To ensure the competency of health workers and safeguard the quality and safety of health services, countries are required to establish an appropriate regulatory framework [6]. The role of regulatory authorities has become increasingly important given heightened migration, part of an effort to ensure that qualified health workers from source countries can meet the regulatory requirements and find gainful employment in the receiving country [6]. In ASEAN countries, efforts are underway to strengthen the nursing regulatory environment for health workers, with the objective of improving the quality and safety of health services. This ambition has intensified over the past decade, and in Cambodia and Vietnam (the focus of this paper), actions have been initiated to strengthen the regulatory frameworks for nursing professionals. However, there is limited documentation of the context in which this effort has been occurring, the influences upon it, and the processes through which the regulatory framework has unfolded.

This paper presents a narrative review of the literature to (1) describe progress in the development of the regulatory framework for nursing professionals in Cambodia and Vietnam since 2000 and (2) identify the key factors that have affected the process, including the MRA.

Methods

Concept of regulatory framework

The concept of the regulatory framework used in this paper is adapted from the Regulatory Board Governance Toolkit [7] and covers diverse regulatory functions, ranging from the enhancement of preservice education through continuous professional development (Fig. 1). The adaptation takes into account existing in-country practices. For instance, school or program accreditation mechanisms, including national examinations, have been introduced to ensure that nurse graduates have acquired the required competencies to practice. In addition, registration and licensing systems are direct measures used to control entry into the profession. The knowledge and skills of nurses are to be regularly updated through continuing professional development (CPD) opportunities, which also form the basis for the periodic renewal of licenses. To further improve the quality of health services, codes of ethics, standards, and scopes of practice (SOP) have been instituted. The earlier toolkit of the Regulatory Board Governance Evolution Toolkit was used for our adaptation, as it is being modified to help capture elements of these evolutionary processes. [7]

Fig. 1
figure1

Concept of regulatory framework. Authors’ adaptation of the Regulatory Board Governance Toolkit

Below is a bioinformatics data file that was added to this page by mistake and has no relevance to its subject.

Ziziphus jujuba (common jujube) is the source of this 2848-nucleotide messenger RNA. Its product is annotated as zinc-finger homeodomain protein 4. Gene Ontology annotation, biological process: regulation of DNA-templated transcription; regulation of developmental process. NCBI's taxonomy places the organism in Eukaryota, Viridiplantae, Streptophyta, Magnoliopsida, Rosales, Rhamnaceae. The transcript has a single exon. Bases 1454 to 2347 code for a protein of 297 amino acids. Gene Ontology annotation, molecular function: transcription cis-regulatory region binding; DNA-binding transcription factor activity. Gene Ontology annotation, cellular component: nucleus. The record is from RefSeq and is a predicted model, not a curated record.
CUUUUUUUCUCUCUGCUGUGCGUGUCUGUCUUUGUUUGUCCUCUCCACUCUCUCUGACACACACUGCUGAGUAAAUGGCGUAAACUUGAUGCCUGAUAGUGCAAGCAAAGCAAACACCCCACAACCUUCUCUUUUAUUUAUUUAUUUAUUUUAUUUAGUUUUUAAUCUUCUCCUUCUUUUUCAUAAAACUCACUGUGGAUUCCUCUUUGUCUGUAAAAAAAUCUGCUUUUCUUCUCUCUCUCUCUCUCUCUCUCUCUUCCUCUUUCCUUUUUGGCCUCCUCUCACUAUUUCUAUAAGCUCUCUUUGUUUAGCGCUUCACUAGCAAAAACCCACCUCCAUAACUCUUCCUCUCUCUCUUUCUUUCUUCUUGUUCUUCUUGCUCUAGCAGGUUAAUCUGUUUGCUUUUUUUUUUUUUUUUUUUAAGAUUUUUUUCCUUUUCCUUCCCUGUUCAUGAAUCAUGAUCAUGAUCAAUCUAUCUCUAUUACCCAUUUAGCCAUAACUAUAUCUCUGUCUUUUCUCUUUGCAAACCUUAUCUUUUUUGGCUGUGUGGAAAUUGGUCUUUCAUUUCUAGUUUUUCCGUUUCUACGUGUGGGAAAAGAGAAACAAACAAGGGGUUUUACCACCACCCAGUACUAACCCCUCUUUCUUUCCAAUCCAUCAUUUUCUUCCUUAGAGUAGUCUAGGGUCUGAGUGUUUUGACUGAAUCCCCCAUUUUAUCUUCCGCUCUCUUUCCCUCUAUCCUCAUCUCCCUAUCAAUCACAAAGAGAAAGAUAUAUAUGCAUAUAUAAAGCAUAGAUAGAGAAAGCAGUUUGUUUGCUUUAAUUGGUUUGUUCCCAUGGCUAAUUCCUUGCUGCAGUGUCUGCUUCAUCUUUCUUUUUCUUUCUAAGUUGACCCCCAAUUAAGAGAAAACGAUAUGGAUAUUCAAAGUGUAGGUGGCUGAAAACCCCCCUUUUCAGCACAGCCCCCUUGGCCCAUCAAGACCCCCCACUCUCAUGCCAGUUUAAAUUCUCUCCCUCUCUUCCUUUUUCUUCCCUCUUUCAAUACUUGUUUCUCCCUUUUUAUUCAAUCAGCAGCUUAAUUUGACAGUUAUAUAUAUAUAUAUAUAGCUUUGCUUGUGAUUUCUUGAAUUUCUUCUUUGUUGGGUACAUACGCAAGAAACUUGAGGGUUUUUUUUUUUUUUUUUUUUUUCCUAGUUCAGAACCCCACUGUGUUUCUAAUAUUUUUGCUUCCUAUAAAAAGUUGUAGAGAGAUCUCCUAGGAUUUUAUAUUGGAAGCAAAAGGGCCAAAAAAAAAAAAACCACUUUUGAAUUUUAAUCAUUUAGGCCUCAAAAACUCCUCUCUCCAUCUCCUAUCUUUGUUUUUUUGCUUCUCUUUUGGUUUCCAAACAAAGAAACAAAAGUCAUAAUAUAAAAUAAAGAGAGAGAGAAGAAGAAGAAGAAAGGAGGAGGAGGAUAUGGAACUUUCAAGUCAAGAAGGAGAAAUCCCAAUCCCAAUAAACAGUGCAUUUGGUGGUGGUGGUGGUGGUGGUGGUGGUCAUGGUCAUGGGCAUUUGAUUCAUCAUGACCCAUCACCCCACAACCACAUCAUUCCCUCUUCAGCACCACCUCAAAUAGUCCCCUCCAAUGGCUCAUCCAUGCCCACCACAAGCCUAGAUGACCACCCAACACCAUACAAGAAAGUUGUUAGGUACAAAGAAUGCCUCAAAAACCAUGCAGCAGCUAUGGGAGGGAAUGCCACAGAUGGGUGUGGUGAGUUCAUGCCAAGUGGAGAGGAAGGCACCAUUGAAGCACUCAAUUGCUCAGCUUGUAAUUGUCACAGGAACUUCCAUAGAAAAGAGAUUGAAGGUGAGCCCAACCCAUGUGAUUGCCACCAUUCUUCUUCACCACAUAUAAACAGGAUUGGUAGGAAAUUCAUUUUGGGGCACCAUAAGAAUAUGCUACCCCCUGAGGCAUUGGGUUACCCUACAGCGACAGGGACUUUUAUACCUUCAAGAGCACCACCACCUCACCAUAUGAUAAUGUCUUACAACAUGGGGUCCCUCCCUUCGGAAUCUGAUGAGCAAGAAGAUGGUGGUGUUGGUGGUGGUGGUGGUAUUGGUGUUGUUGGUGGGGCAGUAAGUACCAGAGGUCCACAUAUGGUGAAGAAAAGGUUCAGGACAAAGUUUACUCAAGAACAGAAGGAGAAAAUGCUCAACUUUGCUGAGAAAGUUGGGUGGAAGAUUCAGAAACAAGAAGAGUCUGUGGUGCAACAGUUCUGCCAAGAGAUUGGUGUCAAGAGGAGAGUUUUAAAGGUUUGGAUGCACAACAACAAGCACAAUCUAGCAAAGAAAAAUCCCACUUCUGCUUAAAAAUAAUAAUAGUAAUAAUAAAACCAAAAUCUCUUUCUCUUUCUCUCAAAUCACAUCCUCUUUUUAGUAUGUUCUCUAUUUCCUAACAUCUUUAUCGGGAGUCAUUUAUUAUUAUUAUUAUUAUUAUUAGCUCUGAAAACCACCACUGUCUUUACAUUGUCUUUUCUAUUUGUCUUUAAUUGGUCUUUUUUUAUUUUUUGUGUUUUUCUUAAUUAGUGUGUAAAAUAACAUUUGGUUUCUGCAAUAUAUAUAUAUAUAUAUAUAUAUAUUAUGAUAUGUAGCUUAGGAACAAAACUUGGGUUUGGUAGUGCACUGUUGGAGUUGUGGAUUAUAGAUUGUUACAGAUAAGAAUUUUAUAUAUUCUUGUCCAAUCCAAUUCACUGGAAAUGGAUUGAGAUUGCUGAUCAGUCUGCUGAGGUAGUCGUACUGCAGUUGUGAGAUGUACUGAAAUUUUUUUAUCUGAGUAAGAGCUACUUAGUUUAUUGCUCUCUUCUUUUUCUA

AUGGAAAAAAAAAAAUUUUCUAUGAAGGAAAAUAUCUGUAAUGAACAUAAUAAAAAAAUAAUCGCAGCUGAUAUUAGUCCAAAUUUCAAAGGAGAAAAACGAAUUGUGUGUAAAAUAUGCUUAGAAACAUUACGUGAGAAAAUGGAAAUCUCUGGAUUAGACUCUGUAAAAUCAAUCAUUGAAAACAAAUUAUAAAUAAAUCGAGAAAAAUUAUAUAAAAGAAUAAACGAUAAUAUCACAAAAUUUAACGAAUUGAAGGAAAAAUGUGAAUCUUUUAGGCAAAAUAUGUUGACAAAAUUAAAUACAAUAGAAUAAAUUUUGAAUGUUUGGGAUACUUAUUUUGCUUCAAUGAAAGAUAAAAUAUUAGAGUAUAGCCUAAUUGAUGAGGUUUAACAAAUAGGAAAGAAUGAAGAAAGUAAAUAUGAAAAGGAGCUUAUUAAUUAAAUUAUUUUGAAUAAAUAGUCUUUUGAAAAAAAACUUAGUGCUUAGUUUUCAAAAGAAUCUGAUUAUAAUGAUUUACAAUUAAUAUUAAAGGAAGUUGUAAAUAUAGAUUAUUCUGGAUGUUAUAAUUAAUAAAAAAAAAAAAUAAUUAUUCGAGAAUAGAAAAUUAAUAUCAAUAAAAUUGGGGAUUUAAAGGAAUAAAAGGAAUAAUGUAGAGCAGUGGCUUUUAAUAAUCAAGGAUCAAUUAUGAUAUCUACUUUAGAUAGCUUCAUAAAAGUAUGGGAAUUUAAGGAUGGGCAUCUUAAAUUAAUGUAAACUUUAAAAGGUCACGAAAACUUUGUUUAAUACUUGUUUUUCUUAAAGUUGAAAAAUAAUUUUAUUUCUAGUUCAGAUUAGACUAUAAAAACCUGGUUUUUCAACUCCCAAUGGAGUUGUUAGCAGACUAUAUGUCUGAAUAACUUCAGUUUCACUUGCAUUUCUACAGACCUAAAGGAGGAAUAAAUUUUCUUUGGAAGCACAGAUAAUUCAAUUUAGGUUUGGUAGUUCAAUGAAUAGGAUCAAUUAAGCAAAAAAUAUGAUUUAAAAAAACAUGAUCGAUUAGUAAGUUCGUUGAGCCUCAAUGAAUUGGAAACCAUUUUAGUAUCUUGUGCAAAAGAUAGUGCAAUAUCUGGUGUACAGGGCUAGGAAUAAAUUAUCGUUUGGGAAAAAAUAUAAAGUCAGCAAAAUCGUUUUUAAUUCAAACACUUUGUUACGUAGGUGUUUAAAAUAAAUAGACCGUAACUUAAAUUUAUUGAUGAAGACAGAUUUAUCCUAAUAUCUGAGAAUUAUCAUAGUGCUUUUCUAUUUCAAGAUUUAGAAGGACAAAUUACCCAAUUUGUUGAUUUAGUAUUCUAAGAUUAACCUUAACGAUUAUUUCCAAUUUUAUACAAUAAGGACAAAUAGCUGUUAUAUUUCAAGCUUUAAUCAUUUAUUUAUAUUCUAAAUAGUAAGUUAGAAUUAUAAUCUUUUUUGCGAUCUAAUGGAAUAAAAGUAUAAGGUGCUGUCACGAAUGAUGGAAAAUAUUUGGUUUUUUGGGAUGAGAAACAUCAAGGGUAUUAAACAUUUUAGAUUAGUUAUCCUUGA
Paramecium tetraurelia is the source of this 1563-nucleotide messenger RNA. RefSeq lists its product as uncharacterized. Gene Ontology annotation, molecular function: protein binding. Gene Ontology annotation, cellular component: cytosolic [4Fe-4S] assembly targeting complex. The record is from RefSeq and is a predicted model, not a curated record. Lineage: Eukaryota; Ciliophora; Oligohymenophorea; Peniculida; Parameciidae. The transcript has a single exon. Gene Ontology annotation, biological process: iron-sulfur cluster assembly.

Data collection

The authors reviewed policy documents, laws, and regulations in Vietnam and Cambodia in relation to nursing education and professional nursing practice. To capture all regulatory functions of nursing professionals, the relevant peer-reviewed and gray literature published between 2000 and 2017 in three languages (English, Khmer, and Vietnamese) were also reviewed by authors. Prior to analyzing content, all documents were translated into English. Databases (PubMed and Google Scholar) were searched using key search terms such as nursing professional, regulatory framework, and ASEAN to identify all relevant papers.

Data analysis

Collected information was synthesized to produce a chronologic overview of advances in regulatory functions during the period 2000–2017 (Additional files 1 and 2). An adapted version of the regulatory function framework (RFF) (Table 1) developed by McCarthy et al. [8,9,10] and the Regulatory Board Governance Toolkit [7] was used to objectively assess advances in core regulatory functions [9]. The assessment was validated through published and synthesized data and triangulated with insights from those authors based on their field experience working on nursing administration and education in Cambodia and Vietnam.

Table 1 Regulatory function framework

The adapted RFF comprised eight regulatory functions and five progressive stages. The eight functions are (1) nursing legislation, (2) accreditation of preservice education, (3) competency assessment, (4) registration and licensing system, (5) tool and data flow of registration and licensing, (6) SOP, (7) CPD, and (8) professional misconduct and disciplinary powers. The stages range from nonexistent or minimal (Stage 0) to high (Stage 4) capability and are defined in line with regional or global recommendations (Table 1). Each stage is characterized by key features that contribute elements and at times prerequisites for advancing to the next stage [10]. The authors analyzed the chronological progress of regulatory development and determined the stage that best characterized the status of each regulatory function in 2000 (start year of analysis) and in 2017. Data were contextualized to identify factors that contributed to the process, progress and evolution of the regulatory framework, including but not limited to the ASEAN MRA.